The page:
SUBJECT: Ph.D. Proposal Presentation
BY: John Cutright
TIME: Tuesday, May 12, 2009, 8:30 a.m.
PLACE: Knight Bldg, 317
TITLE: Ignition Triggering of an Afterburner Using Partial Oxidation Mixtures
COMMITTEE: Dr. Ben Zinn, Chair (ME)
Dr. Tim Lieuwen (ME)
Dr. Ari Glezer (ME)
Dr. Jechiel Jagoda (AE)
Dr. Yedidia Neumeier (AE)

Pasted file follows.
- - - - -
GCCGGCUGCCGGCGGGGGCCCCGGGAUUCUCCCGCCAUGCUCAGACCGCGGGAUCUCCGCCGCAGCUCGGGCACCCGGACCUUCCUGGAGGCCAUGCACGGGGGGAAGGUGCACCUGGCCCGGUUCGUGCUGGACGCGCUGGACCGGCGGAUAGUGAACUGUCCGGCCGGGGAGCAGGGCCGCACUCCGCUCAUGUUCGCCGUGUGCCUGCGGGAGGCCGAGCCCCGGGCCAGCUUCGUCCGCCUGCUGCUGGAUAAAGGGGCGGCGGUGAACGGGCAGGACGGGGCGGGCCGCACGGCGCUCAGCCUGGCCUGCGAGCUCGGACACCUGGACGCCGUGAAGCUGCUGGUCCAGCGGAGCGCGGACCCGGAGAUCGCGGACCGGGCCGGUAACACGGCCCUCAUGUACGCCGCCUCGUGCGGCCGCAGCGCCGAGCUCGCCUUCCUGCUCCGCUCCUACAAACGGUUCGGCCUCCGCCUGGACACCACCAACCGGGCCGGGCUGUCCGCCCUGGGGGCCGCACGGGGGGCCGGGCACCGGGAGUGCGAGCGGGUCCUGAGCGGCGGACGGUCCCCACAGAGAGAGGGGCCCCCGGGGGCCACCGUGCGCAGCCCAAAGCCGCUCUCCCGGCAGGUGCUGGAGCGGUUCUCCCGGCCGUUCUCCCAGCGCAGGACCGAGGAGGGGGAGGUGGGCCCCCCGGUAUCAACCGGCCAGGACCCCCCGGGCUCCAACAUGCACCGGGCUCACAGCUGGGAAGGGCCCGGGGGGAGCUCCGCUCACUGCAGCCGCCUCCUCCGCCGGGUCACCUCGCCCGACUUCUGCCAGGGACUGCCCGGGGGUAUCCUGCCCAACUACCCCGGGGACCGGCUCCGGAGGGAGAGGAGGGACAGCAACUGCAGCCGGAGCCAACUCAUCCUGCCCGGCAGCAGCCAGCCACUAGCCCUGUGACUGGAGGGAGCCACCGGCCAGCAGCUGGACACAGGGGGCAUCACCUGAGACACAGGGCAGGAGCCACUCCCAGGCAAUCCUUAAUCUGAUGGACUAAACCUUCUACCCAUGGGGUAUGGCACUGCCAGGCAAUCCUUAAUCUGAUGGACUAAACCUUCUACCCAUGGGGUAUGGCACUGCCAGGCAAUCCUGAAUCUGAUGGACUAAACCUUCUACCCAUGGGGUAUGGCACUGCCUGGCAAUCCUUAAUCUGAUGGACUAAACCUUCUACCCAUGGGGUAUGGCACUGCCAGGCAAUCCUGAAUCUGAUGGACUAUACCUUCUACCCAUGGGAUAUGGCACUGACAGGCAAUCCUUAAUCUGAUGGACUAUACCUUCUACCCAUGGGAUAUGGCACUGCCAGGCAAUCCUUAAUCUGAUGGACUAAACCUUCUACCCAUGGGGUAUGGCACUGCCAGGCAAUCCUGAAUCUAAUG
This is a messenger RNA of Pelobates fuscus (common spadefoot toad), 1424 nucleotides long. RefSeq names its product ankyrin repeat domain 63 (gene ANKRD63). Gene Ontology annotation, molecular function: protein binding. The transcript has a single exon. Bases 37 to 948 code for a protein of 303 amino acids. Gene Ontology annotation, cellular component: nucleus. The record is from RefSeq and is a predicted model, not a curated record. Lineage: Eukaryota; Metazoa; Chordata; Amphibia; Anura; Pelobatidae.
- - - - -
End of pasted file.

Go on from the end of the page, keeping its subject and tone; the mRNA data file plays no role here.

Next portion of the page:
Military jet aircraft engines generally employ augmentors to supply additional thrust when needed, for example, during takeoff or combat. Augmentor designers face several challenges in producing a practical design. Primarily, the high velocity and low oxygen content of the bulk flow through the augmentor make it difficult to burn all the augmentor fuel in a compact space. Further challenges such as detrimental acoustic instabilities and flame blowout plague these devices during functional operation as well. Traditionally, maintaining stable operation was accomplished by the use of bluff body flame holders to stabilize the combustion process. Unfortunately, bluff body flame holders present significant design challenges that can reduce engine thrust during dry operation, reduce engine life, increase aircraft visibility, and other detrimental effects. The work presented here proposes a method in maintaining stable combustion in a practical augmentor without the use of bluff body flame holders. Stabilization is accomplished through a concept called the “prime and trigger” method where the augmentor fuel is injected into the bulk flow upstream of the engine’s turbine section to atomize, vaporize and mix as much as possible (priming) prior to entering the augmentor section. The fuel and vitiated air mixture is then ignited in the augmentor section (triggering) by injecting a highly reactive mixture which is produced by partial oxidation of the engine’s fuel in a separate combustor. The work presented will attempt to determine what composition of partial oxidation mixtures (POx) can be achieved within practical constraints, what effectiveness the POx may have in triggering stable combustion and what would be the optimal method of injection of the POx to achieve stabilization.